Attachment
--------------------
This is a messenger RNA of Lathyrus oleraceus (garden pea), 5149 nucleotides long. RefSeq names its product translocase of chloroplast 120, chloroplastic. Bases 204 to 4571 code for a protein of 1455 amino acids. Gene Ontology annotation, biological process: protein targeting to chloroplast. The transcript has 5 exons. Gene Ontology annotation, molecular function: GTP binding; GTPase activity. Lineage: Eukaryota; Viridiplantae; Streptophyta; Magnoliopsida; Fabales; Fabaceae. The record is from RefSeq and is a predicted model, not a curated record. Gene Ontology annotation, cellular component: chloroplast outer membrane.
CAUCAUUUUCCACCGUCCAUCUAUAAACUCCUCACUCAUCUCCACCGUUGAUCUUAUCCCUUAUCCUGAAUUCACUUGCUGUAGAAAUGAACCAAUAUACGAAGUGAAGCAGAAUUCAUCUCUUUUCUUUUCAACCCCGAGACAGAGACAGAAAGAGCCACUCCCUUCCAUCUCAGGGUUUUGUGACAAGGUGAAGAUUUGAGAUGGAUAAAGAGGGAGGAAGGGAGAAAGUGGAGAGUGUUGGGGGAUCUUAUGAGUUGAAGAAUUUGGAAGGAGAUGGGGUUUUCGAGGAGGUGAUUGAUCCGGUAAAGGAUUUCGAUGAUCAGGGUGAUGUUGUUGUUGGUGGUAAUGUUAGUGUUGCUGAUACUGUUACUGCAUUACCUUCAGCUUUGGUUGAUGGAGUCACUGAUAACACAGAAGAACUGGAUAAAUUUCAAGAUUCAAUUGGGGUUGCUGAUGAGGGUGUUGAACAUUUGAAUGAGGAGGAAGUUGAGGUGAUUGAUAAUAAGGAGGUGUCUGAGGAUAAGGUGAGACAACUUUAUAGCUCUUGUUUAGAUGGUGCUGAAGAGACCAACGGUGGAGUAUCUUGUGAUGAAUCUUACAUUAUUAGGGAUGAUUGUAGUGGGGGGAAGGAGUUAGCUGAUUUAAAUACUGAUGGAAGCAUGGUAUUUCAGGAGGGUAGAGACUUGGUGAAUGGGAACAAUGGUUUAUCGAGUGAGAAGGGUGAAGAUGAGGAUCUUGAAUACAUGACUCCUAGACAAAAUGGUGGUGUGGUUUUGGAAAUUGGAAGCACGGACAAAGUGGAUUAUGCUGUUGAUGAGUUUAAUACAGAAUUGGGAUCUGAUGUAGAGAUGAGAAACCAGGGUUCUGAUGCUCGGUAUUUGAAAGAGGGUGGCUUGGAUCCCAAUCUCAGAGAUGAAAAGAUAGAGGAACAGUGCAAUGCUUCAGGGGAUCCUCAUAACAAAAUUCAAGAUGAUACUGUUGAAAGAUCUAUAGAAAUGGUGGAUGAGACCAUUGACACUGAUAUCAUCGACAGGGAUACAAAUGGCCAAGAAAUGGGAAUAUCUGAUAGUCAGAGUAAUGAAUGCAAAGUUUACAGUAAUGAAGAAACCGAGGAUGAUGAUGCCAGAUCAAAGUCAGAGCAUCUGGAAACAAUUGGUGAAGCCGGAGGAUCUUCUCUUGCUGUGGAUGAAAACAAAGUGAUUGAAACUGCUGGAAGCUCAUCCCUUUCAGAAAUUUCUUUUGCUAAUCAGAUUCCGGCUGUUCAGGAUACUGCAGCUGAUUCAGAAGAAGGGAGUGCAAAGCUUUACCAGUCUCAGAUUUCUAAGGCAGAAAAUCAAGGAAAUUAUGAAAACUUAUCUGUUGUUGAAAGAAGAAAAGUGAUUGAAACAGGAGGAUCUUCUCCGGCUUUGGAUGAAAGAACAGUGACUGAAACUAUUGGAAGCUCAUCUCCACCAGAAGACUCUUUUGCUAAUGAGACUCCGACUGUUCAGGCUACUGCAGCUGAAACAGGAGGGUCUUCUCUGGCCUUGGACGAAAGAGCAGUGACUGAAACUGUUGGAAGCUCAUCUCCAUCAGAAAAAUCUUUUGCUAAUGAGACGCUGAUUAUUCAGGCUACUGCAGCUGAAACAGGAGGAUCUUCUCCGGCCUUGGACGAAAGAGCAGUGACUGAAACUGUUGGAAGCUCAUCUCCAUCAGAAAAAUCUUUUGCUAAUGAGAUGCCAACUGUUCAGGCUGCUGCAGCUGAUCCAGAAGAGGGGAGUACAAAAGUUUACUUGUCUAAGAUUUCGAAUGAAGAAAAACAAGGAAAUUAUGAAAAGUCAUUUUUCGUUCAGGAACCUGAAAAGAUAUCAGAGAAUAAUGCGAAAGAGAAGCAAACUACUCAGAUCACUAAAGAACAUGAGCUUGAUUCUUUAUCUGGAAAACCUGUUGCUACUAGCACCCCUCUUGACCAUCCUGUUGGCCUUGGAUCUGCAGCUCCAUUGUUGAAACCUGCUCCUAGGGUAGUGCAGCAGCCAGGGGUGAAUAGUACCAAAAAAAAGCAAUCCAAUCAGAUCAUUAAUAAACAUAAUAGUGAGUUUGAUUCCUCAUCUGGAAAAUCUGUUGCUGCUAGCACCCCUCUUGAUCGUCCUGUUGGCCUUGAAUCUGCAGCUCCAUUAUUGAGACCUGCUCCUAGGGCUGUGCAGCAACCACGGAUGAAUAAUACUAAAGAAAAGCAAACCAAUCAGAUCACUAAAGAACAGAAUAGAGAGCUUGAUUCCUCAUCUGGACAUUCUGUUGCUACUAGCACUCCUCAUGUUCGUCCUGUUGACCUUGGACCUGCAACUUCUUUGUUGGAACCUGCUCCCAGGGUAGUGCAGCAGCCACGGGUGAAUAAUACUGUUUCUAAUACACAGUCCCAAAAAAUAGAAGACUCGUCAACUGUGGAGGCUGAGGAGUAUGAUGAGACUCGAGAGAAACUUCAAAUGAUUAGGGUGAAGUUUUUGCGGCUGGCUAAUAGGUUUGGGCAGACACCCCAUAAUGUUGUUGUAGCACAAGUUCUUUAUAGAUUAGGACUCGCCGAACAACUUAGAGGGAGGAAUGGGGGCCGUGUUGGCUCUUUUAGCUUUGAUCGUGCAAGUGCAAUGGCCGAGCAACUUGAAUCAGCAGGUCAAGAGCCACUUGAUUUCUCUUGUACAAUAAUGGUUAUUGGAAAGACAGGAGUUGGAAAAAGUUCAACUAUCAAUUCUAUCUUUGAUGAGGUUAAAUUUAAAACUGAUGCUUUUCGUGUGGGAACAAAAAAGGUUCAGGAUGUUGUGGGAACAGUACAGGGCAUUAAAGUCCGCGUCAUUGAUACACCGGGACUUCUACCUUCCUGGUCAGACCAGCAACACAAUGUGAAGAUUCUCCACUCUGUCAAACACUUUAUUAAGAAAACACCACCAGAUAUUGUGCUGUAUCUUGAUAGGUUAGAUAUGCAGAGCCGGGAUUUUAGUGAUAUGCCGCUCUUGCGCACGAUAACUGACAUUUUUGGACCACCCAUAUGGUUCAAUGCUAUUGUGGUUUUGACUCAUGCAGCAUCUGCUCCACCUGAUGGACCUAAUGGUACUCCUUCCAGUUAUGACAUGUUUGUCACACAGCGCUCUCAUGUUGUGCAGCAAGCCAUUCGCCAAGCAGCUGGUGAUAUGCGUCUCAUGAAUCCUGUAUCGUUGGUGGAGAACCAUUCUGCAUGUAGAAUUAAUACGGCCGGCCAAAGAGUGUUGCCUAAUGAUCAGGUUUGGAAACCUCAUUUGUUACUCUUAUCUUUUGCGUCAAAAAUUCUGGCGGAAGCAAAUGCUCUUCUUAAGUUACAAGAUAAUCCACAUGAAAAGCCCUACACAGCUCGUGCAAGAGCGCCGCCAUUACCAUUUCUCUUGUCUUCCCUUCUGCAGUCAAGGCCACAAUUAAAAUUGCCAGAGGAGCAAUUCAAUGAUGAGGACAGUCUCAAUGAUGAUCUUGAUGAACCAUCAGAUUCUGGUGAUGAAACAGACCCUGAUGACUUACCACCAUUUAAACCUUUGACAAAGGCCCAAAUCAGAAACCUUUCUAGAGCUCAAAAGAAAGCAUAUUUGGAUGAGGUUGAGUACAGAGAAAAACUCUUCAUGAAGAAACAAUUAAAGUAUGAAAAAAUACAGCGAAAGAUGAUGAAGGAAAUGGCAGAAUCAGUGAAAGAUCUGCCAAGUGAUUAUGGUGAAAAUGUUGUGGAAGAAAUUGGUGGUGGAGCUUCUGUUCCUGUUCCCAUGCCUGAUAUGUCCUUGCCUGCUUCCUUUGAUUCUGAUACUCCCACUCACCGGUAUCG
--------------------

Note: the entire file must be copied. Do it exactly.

This is a messenger RNA of Lathyrus oleraceus (garden pea), 5149 nucleotides long. RefSeq names its product translocase of chloroplast 120, chloroplastic. Bases 204 to 4571 code for a protein of 1455 amino acids. Gene Ontology annotation, biological process: protein targeting to chloroplast. The transcript has 5 exons. Gene Ontology annotation, molecular function: GTP binding; GTPase activity. Lineage: Eukaryota; Viridiplantae; Streptophyta; Magnoliopsida; Fabales; Fabaceae. The record is from RefSeq and is a predicted model, not a curated record. Gene Ontology annotation, cellular component: chloroplast outer membrane.
CAUCAUUUUCCACCGUCCAUCUAUAAACUCCUCACUCAUCUCCACCGUUGAUCUUAUCCCUUAUCCUGAAUUCACUUGCUGUAGAAAUGAACCAAUAUACGAAGUGAAGCAGAAUUCAUCUCUUUUCUUUUCAACCCCGAGACAGAGACAGAAAGAGCCACUCCCUUCCAUCUCAGGGUUUUGUGACAAGGUGAAGAUUUGAGAUGGAUAAAGAGGGAGGAAGGGAGAAAGUGGAGAGUGUUGGGGGAUCUUAUGAGUUGAAGAAUUUGGAAGGAGAUGGGGUUUUCGAGGAGGUGAUUGAUCCGGUAAAGGAUUUCGAUGAUCAGGGUGAUGUUGUUGUUGGUGGUAAUGUUAGUGUUGCUGAUACUGUUACUGCAUUACCUUCAGCUUUGGUUGAUGGAGUCACUGAUAACACAGAAGAACUGGAUAAAUUUCAAGAUUCAAUUGGGGUUGCUGAUGAGGGUGUUGAACAUUUGAAUGAGGAGGAAGUUGAGGUGAUUGAUAAUAAGGAGGUGUCUGAGGAUAAGGUGAGACAACUUUAUAGCUCUUGUUUAGAUGGUGCUGAAGAGACCAACGGUGGAGUAUCUUGUGAUGAAUCUUACAUUAUUAGGGAUGAUUGUAGUGGGGGGAAGGAGUUAGCUGAUUUAAAUACUGAUGGAAGCAUGGUAUUUCAGGAGGGUAGAGACUUGGUGAAUGGGAACAAUGGUUUAUCGAGUGAGAAGGGUGAAGAUGAGGAUCUUGAAUACAUGACUCCUAGACAAAAUGGUGGUGUGGUUUUGGAAAUUGGAAGCACGGACAAAGUGGAUUAUGCUGUUGAUGAGUUUAAUACAGAAUUGGGAUCUGAUGUAGAGAUGAGAAACCAGGGUUCUGAUGCUCGGUAUUUGAAAGAGGGUGGCUUGGAUCCCAAUCUCAGAGAUGAAAAGAUAGAGGAACAGUGCAAUGCUUCAGGGGAUCCUCAUAACAAAAUUCAAGAUGAUACUGUUGAAAGAUCUAUAGAAAUGGUGGAUGAGACCAUUGACACUGAUAUCAUCGACAGGGAUACAAAUGGCCAAGAAAUGGGAAUAUCUGAUAGUCAGAGUAAUGAAUGCAAAGUUUACAGUAAUGAAGAAACCGAGGAUGAUGAUGCCAGAUCAAAGUCAGAGCAUCUGGAAACAAUUGGUGAAGCCGGAGGAUCUUCUCUUGCUGUGGAUGAAAACAAAGUGAUUGAAACUGCUGGAAGCUCAUCCCUUUCAGAAAUUUCUUUUGCUAAUCAGAUUCCGGCUGUUCAGGAUACUGCAGCUGAUUCAGAAGAAGGGAGUGCAAAGCUUUACCAGUCUCAGAUUUCUAAGGCAGAAAAUCAAGGAAAUUAUGAAAACUUAUCUGUUGUUGAAAGAAGAAAAGUGAUUGAAACAGGAGGAUCUUCUCCGGCUUUGGAUGAAAGAACAGUGACUGAAACUAUUGGAAGCUCAUCUCCACCAGAAGACUCUUUUGCUAAUGAGACUCCGACUGUUCAGGCUACUGCAGCUGAAACAGGAGGGUCUUCUCUGGCCUUGGACGAAAGAGCAGUGACUGAAACUGUUGGAAGCUCAUCUCCAUCAGAAAAAUCUUUUGCUAAUGAGACGCUGAUUAUUCAGGCUACUGCAGCUGAAACAGGAGGAUCUUCUCCGGCCUUGGACGAAAGAGCAGUGACUGAAACUGUUGGAAGCUCAUCUCCAUCAGAAAAAUCUUUUGCUAAUGAGAUGCCAACUGUUCAGGCUGCUGCAGCUGAUCCAGAAGAGGGGAGUACAAAAGUUUACUUGUCUAAGAUUUCGAAUGAAGAAAAACAAGGAAAUUAUGAAAAGUCAUUUUUCGUUCAGGAACCUGAAAAGAUAUCAGAGAAUAAUGCGAAAGAGAAGCAAACUACUCAGAUCACUAAAGAACAUGAGCUUGAUUCUUUAUCUGGAAAACCUGUUGCUACUAGCACCCCUCUUGACCAUCCUGUUGGCCUUGGAUCUGCAGCUCCAUUGUUGAAACCUGCUCCUAGGGUAGUGCAGCAGCCAGGGGUGAAUAGUACCAAAAAAAAGCAAUCCAAUCAGAUCAUUAAUAAACAUAAUAGUGAGUUUGAUUCCUCAUCUGGAAAAUCUGUUGCUGCUAGCACCCCUCUUGAUCGUCCUGUUGGCCUUGAAUCUGCAGCUCCAUUAUUGAGACCUGCUCCUAGGGCUGUGCAGCAACCACGGAUGAAUAAUACUAAAGAAAAGCAAACCAAUCAGAUCACUAAAGAACAGAAUAGAGAGCUUGAUUCCUCAUCUGGACAUUCUGUUGCUACUAGCACUCCUCAUGUUCGUCCUGUUGACCUUGGACCUGCAACUUCUUUGUUGGAACCUGCUCCCAGGGUAGUGCAGCAGCCACGGGUGAAUAAUACUGUUUCUAAUACACAGUCCCAAAAAAUAGAAGACUCGUCAACUGUGGAGGCUGAGGAGUAUGAUGAGACUCGAGAGAAACUUCAAAUGAUUAGGGUGAAGUUUUUGCGGCUGGCUAAUAGGUUUGGGCAGACACCCCAUAAUGUUGUUGUAGCACAAGUUCUUUAUAGAUUAGGACUCGCCGAACAACUUAGAGGGAGGAAUGGGGGCCGUGUUGGCUCUUUUAGCUUUGAUCGUGCAAGUGCAAUGGCCGAGCAACUUGAAUCAGCAGGUCAAGAGCCACUUGAUUUCUCUUGUACAAUAAUGGUUAUUGGAAAGACAGGAGUUGGAAAAAGUUCAACUAUCAAUUCUAUCUUUGAUGAGGUUAAAUUUAAAACUGAUGCUUUUCGUGUGGGAACAAAAAAGGUUCAGGAUGUUGUGGGAACAGUACAGGGCAUUAAAGUCCGCGUCAUUGAUACACCGGGACUUCUACCUUCCUGGUCAGACCAGCAACACAAUGUGAAGAUUCUCCACUCUGUCAAACACUUUAUUAAGAAAACACCACCAGAUAUUGUGCUGUAUCUUGAUAGGUUAGAUAUGCAGAGCCGGGAUUUUAGUGAUAUGCCGCUCUUGCGCACGAUAACUGACAUUUUUGGACCACCCAUAUGGUUCAAUGCUAUUGUGGUUUUGACUCAUGCAGCAUCUGCUCCACCUGAUGGACCUAAUGGUACUCCUUCCAGUUAUGACAUGUUUGUCACACAGCGCUCUCAUGUUGUGCAGCAAGCCAUUCGCCAAGCAGCUGGUGAUAUGCGUCUCAUGAAUCCUGUAUCGUUGGUGGAGAACCAUUCUGCAUGUAGAAUUAAUACGGCCGGCCAAAGAGUGUUGCCUAAUGAUCAGGUUUGGAAACCUCAUUUGUUACUCUUAUCUUUUGCGUCAAAAAUUCUGGCGGAAGCAAAUGCUCUUCUUAAGUUACAAGAUAAUCCACAUGAAAAGCCCUACACAGCUCGUGCAAGAGCGCCGCCAUUACCAUUUCUCUUGUCUUCCCUUCUGCAGUCAAGGCCACAAUUAAAAUUGCCAGAGGAGCAAUUCAAUGAUGAGGACAGUCUCAAUGAUGAUCUUGAUGAACCAUCAGAUUCUGGUGAUGAAACAGACCCUGAUGACUUACCACCAUUUAAACCUUUGACAAAGGCCCAAAUCAGAAACCUUUCUAGAGCUCAAAAGAAAGCAUAUUUGGAUGAGGUUGAGUACAGAGAAAAACUCUUCAUGAAGAAACAAUUAAAGUAUGAAAAAAUACAGCGAAAGAUGAUGAAGGAAAUGGCAGAAUCAGUGAAAGAUCUGCCAAGUGAUUAUGGUGAAAAUGUUGUGGAAGAAAUUGGUGGUGGAGCUUCUGUUCCUGUUCCCAUGCCUGAUAUGUCCUUGCCUGCUUCCUUUGAUUCUGAUACUCCCACUCACCGGUAUCG